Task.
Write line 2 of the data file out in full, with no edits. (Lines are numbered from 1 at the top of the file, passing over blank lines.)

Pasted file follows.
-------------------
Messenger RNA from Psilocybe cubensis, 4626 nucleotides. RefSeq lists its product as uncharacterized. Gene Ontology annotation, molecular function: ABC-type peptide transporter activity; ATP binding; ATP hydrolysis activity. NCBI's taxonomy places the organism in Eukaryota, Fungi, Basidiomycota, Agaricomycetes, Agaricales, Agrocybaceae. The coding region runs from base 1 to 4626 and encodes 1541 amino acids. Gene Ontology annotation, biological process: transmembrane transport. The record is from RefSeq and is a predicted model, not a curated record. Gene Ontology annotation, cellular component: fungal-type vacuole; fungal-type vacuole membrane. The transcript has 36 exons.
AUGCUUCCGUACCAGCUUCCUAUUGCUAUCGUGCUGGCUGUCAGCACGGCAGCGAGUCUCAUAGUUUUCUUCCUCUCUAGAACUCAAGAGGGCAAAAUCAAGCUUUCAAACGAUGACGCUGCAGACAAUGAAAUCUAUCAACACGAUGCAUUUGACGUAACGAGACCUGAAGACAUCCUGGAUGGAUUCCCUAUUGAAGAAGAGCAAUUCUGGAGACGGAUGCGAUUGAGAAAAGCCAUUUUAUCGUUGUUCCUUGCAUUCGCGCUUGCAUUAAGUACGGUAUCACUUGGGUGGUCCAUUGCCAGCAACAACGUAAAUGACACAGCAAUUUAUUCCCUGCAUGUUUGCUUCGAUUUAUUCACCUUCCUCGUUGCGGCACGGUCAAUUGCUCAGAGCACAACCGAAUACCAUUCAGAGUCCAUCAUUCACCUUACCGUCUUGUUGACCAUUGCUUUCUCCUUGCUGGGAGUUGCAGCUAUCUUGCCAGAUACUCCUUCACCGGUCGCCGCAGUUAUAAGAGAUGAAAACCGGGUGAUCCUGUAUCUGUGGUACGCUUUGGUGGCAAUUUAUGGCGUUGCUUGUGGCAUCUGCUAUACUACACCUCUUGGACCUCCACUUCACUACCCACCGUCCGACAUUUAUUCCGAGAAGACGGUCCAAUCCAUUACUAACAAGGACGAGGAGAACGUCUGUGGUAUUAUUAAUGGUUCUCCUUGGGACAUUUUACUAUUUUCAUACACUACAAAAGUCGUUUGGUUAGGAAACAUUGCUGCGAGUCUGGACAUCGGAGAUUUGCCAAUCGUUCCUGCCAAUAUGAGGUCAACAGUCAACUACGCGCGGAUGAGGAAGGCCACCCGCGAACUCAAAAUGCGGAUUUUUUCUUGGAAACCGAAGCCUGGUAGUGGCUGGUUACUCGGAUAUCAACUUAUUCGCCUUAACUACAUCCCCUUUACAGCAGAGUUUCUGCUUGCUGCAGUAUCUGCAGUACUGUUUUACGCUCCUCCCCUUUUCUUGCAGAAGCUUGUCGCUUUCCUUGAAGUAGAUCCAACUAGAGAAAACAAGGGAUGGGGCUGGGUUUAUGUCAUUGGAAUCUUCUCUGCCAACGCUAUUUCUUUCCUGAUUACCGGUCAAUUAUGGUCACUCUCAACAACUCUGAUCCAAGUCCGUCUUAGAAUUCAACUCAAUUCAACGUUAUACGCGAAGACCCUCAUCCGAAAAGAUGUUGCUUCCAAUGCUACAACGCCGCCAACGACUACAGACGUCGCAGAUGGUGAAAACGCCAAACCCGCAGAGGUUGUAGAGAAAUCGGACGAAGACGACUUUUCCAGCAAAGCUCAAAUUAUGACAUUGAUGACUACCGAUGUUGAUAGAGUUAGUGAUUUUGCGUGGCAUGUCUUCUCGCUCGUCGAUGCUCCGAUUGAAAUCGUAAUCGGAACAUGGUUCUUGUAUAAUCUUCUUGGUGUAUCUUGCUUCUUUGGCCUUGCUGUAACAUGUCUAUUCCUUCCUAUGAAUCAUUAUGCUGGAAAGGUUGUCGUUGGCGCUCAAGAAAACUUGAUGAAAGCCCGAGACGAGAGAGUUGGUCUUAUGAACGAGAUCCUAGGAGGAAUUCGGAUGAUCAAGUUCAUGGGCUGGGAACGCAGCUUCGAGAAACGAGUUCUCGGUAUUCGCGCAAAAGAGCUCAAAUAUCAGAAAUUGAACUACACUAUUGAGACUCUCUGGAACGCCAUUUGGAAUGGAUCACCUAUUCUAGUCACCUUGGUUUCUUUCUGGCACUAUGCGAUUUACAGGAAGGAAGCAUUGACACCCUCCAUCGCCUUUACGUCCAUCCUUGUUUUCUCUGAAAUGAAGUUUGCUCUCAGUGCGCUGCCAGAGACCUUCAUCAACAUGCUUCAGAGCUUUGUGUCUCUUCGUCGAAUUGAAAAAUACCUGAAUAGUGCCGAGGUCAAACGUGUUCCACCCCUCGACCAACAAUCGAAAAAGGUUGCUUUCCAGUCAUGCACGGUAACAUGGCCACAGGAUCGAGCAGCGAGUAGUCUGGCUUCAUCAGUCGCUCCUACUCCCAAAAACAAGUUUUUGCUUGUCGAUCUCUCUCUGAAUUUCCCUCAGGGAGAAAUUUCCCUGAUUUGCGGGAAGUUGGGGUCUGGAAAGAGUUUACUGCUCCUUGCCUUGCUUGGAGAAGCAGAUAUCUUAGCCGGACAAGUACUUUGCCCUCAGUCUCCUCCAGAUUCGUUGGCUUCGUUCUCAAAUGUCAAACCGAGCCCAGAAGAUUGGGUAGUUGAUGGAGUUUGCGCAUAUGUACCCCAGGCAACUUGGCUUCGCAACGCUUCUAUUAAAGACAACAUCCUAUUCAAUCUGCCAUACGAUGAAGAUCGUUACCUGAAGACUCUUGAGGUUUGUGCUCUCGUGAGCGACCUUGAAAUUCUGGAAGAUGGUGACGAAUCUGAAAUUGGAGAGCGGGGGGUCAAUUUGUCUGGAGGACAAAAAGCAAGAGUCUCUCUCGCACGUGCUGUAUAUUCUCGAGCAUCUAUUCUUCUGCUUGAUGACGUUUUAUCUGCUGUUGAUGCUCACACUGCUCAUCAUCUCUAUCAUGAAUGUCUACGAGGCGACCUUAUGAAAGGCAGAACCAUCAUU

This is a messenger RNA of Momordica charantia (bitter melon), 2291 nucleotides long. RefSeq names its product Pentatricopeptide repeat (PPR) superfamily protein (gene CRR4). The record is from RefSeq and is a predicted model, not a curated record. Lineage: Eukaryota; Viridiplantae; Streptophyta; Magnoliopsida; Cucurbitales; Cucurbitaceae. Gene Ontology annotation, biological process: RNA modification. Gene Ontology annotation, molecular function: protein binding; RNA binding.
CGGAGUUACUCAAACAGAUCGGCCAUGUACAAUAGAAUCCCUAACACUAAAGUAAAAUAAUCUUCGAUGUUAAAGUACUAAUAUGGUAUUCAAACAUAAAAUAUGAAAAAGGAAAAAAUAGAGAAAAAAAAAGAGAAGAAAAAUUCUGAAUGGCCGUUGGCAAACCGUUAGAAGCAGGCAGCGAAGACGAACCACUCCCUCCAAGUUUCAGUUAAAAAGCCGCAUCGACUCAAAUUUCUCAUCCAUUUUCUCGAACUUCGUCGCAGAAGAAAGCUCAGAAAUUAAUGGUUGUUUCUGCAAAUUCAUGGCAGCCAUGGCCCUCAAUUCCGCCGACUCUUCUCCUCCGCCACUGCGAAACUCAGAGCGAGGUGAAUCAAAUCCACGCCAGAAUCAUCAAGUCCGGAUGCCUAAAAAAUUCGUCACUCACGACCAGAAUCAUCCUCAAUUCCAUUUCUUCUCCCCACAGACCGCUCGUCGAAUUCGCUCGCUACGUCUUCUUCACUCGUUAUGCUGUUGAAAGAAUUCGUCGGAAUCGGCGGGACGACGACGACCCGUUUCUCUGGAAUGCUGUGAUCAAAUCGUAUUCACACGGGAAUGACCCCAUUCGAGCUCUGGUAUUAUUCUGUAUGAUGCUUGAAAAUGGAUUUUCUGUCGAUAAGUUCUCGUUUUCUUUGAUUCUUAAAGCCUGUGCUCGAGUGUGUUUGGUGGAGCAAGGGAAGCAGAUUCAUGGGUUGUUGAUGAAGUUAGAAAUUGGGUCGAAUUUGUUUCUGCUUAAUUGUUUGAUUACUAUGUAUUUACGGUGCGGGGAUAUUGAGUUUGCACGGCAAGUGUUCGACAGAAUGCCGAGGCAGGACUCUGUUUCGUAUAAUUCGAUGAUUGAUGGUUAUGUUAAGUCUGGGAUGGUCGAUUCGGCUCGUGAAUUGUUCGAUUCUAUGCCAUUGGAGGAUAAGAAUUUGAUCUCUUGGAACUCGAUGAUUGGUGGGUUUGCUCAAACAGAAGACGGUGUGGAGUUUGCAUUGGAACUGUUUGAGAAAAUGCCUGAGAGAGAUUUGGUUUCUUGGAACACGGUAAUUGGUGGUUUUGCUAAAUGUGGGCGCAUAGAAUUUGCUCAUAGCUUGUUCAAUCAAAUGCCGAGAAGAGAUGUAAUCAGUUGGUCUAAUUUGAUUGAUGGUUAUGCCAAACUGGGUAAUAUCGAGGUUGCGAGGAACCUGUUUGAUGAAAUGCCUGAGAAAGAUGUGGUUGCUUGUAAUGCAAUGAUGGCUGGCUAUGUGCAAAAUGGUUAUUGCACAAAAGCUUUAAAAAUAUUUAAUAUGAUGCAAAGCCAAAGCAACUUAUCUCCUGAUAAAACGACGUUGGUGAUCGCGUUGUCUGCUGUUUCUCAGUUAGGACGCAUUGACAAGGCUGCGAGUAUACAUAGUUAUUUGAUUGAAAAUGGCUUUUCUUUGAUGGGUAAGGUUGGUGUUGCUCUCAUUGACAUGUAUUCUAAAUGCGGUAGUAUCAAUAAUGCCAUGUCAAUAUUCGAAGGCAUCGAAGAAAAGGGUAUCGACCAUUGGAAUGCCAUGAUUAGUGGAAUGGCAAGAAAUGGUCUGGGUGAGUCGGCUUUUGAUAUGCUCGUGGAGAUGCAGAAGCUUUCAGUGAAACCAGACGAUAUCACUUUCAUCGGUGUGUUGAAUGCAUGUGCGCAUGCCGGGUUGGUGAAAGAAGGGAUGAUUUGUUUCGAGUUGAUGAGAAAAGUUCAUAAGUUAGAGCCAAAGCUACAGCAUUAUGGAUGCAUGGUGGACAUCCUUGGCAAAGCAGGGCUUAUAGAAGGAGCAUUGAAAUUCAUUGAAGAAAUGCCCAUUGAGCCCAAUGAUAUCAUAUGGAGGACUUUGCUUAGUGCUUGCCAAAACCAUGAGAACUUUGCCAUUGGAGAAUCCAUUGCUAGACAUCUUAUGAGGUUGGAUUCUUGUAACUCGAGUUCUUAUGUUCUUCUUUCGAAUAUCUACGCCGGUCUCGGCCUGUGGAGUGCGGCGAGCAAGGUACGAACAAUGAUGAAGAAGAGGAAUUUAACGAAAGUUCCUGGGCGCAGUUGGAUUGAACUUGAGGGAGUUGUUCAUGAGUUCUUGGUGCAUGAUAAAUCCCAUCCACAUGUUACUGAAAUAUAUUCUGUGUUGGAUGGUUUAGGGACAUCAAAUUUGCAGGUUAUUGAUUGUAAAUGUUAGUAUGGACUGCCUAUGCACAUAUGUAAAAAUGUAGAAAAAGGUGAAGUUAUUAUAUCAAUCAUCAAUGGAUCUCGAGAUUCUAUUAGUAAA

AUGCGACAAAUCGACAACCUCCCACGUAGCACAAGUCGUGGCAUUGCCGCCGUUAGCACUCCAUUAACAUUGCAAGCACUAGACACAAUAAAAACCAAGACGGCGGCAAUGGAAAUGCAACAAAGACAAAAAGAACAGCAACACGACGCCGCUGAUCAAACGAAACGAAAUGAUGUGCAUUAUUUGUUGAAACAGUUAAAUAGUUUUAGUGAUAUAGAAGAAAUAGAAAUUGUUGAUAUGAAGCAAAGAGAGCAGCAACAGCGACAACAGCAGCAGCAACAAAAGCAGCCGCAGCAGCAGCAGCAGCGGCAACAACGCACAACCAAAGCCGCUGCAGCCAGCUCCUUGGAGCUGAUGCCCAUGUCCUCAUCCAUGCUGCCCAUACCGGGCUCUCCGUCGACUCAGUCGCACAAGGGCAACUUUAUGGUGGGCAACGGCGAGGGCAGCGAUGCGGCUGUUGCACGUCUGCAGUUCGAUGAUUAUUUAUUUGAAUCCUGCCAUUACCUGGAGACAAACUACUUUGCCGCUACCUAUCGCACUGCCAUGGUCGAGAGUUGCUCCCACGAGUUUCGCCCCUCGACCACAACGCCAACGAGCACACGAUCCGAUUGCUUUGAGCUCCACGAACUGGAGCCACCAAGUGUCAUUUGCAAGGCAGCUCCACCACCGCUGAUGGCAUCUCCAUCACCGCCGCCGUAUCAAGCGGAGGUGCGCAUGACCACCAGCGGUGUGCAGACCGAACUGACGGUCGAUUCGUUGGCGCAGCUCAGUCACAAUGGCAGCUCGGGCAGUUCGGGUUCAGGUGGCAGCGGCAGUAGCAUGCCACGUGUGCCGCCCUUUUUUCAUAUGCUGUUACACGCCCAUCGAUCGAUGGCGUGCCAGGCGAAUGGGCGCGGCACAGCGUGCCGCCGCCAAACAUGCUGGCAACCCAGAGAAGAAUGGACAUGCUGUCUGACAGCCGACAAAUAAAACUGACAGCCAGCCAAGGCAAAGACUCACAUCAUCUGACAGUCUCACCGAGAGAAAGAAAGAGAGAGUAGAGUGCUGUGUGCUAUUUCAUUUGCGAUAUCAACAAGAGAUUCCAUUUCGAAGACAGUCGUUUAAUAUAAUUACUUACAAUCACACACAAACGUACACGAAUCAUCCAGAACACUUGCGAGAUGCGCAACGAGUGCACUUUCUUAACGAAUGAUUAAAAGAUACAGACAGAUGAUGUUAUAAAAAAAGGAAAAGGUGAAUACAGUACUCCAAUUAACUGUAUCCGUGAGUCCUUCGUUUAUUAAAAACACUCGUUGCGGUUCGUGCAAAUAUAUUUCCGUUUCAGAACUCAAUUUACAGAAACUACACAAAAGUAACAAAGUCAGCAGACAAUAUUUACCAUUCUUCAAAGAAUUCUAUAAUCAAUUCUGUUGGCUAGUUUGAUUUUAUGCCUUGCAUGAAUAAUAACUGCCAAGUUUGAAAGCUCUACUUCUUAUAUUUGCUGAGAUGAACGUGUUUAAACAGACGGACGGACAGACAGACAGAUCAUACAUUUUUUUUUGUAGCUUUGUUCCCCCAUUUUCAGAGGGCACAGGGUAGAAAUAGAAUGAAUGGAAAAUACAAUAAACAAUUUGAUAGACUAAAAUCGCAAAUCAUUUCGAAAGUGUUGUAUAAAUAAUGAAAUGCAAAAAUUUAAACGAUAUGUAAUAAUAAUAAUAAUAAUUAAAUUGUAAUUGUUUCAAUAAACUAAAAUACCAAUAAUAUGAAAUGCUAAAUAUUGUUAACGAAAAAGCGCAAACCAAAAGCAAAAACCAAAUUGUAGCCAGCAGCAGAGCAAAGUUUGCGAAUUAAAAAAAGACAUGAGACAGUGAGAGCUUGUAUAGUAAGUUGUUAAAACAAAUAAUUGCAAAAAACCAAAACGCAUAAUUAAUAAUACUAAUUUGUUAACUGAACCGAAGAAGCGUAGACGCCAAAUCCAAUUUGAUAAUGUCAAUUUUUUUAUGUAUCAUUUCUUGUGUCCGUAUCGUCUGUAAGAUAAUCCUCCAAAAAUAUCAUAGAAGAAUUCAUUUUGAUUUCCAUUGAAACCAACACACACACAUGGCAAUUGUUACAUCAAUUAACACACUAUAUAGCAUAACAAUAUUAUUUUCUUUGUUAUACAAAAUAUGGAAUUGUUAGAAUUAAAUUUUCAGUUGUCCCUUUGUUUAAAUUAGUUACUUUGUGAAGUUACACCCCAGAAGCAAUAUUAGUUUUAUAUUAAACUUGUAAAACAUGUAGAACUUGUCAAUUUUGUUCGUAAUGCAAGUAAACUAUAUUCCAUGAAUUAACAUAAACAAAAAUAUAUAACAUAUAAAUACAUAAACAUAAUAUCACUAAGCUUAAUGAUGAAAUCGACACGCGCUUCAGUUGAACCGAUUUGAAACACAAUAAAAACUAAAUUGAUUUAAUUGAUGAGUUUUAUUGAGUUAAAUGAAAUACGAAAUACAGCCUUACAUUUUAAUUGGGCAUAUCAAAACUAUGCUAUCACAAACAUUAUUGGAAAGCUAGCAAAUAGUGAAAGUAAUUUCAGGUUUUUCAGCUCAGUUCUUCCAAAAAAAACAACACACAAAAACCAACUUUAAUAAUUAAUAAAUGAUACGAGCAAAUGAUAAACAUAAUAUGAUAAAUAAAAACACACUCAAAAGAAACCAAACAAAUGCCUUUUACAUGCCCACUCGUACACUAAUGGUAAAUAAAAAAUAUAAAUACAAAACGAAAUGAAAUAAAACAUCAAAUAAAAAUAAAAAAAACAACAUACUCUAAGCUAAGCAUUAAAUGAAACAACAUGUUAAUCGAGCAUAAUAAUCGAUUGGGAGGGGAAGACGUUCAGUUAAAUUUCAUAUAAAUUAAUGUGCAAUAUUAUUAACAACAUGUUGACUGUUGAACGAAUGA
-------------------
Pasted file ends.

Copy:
AUGCUUCCGUACCAGCUUCCUAUUGCUAUCGUGCUGGCUGUCAGCACGGCAGCGAGUCUCAUAGUUUUCUUCCUCUCUAGAACUCAAGAGGGCAAAAUCAAGCUUUCAAACGAUGACGCUGCAGACAAUGAAAUCUAUCAACACGAUGCAUUUGACGUAACGAGACCUGAAGACAUCCUGGAUGGAUUCCCUAUUGAAGAAGAGCAAUUCUGGAGACGGAUGCGAUUGAGAAAAGCCAUUUUAUCGUUGUUCCUUGCAUUCGCGCUUGCAUUAAGUACGGUAUCACUUGGGUGGUCCAUUGCCAGCAACAACGUAAAUGACACAGCAAUUUAUUCCCUGCAUGUUUGCUUCGAUUUAUUCACCUUCCUCGUUGCGGCACGGUCAAUUGCUCAGAGCACAACCGAAUACCAUUCAGAGUCCAUCAUUCACCUUACCGUCUUGUUGACCAUUGCUUUCUCCUUGCUGGGAGUUGCAGCUAUCUUGCCAGAUACUCCUUCACCGGUCGCCGCAGUUAUAAGAGAUGAAAACCGGGUGAUCCUGUAUCUGUGGUACGCUUUGGUGGCAAUUUAUGGCGUUGCUUGUGGCAUCUGCUAUACUACACCUCUUGGACCUCCACUUCACUACCCACCGUCCGACAUUUAUUCCGAGAAGACGGUCCAAUCCAUUACUAACAAGGACGAGGAGAACGUCUGUGGUAUUAUUAAUGGUUCUCCUUGGGACAUUUUACUAUUUUCAUACACUACAAAAGUCGUUUGGUUAGGAAACAUUGCUGCGAGUCUGGACAUCGGAGAUUUGCCAAUCGUUCCUGCCAAUAUGAGGUCAACAGUCAACUACGCGCGGAUGAGGAAGGCCACCCGCGAACUCAAAAUGCGGAUUUUUUCUUGGAAACCGAAGCCUGGUAGUGGCUGGUUACUCGGAUAUCAACUUAUUCGCCUUAACUACAUCCCCUUUACAGCAGAGUUUCUGCUUGCUGCAGUAUCUGCAGUACUGUUUUACGCUCCUCCCCUUUUCUUGCAGAAGCUUGUCGCUUUCCUUGAAGUAGAUCCAACUAGAGAAAACAAGGGAUGGGGCUGGGUUUAUGUCAUUGGAAUCUUCUCUGCCAACGCUAUUUCUUUCCUGAUUACCGGUCAAUUAUGGUCACUCUCAACAACUCUGAUCCAAGUCCGUCUUAGAAUUCAACUCAAUUCAACGUUAUACGCGAAGACCCUCAUCCGAAAAGAUGUUGCUUCCAAUGCUACAACGCCGCCAACGACUACAGACGUCGCAGAUGGUGAAAACGCCAAACCCGCAGAGGUUGUAGAGAAAUCGGACGAAGACGACUUUUCCAGCAAAGCUCAAAUUAUGACAUUGAUGACUACCGAUGUUGAUAGAGUUAGUGAUUUUGCGUGGCAUGUCUUCUCGCUCGUCGAUGCUCCGAUUGAAAUCGUAAUCGGAACAUGGUUCUUGUAUAAUCUUCUUGGUGUAUCUUGCUUCUUUGGCCUUGCUGUAACAUGUCUAUUCCUUCCUAUGAAUCAUUAUGCUGGAAAGGUUGUCGUUGGCGCUCAAGAAAACUUGAUGAAAGCCCGAGACGAGAGAGUUGGUCUUAUGAACGAGAUCCUAGGAGGAAUUCGGAUGAUCAAGUUCAUGGGCUGGGAACGCAGCUUCGAGAAACGAGUUCUCGGUAUUCGCGCAAAAGAGCUCAAAUAUCAGAAAUUGAACUACACUAUUGAGACUCUCUGGAACGCCAUUUGGAAUGGAUCACCUAUUCUAGUCACCUUGGUUUCUUUCUGGCACUAUGCGAUUUACAGGAAGGAAGCAUUGACACCCUCCAUCGCCUUUACGUCCAUCCUUGUUUUCUCUGAAAUGAAGUUUGCUCUCAGUGCGCUGCCAGAGACCUUCAUCAACAUGCUUCAGAGCUUUGUGUCUCUUCGUCGAAUUGAAAAAUACCUGAAUAGUGCCGAGGUCAAACGUGUUCCACCCCUCGACCAACAAUCGAAAAAGGUUGCUUUCCAGUCAUGCACGGUAACAUGGCCACAGGAUCGAGCAGCGAGUAGUCUGGCUUCAUCAGUCGCUCCUACUCCCAAAAACAAGUUUUUGCUUGUCGAUCUCUCUCUGAAUUUCCCUCAGGGAGAAAUUUCCCUGAUUUGCGGGAAGUUGGGGUCUGGAAAGAGUUUACUGCUCCUUGCCUUGCUUGGAGAAGCAGAUAUCUUAGCCGGACAAGUACUUUGCCCUCAGUCUCCUCCAGAUUCGUUGGCUUCGUUCUCAAAUGUCAAACCGAGCCCAGAAGAUUGGGUAGUUGAUGGAGUUUGCGCAUAUGUACCCCAGGCAACUUGGCUUCGCAACGCUUCUAUUAAAGACAACAUCCUAUUCAAUCUGCCAUACGAUGAAGAUCGUUACCUGAAGACUCUUGAGGUUUGUGCUCUCGUGAGCGACCUUGAAAUUCUGGAAGAUGGUGACGAAUCUGAAAUUGGAGAGCGGGGGGUCAAUUUGUCUGGAGGACAAAAAGCAAGAGUCUCUCUCGCACGUGCUGUAUAUUCUCGAGCAUCUAUUCUUCUGCUUGAUGACGUUUUAUCUGCUGUUGAUGCUCACACUGCUCAUCAUCUCUAUCAUGAAUGUCUACGAGGCGACCUUAUGAAAGGCAGAACCAUCAUU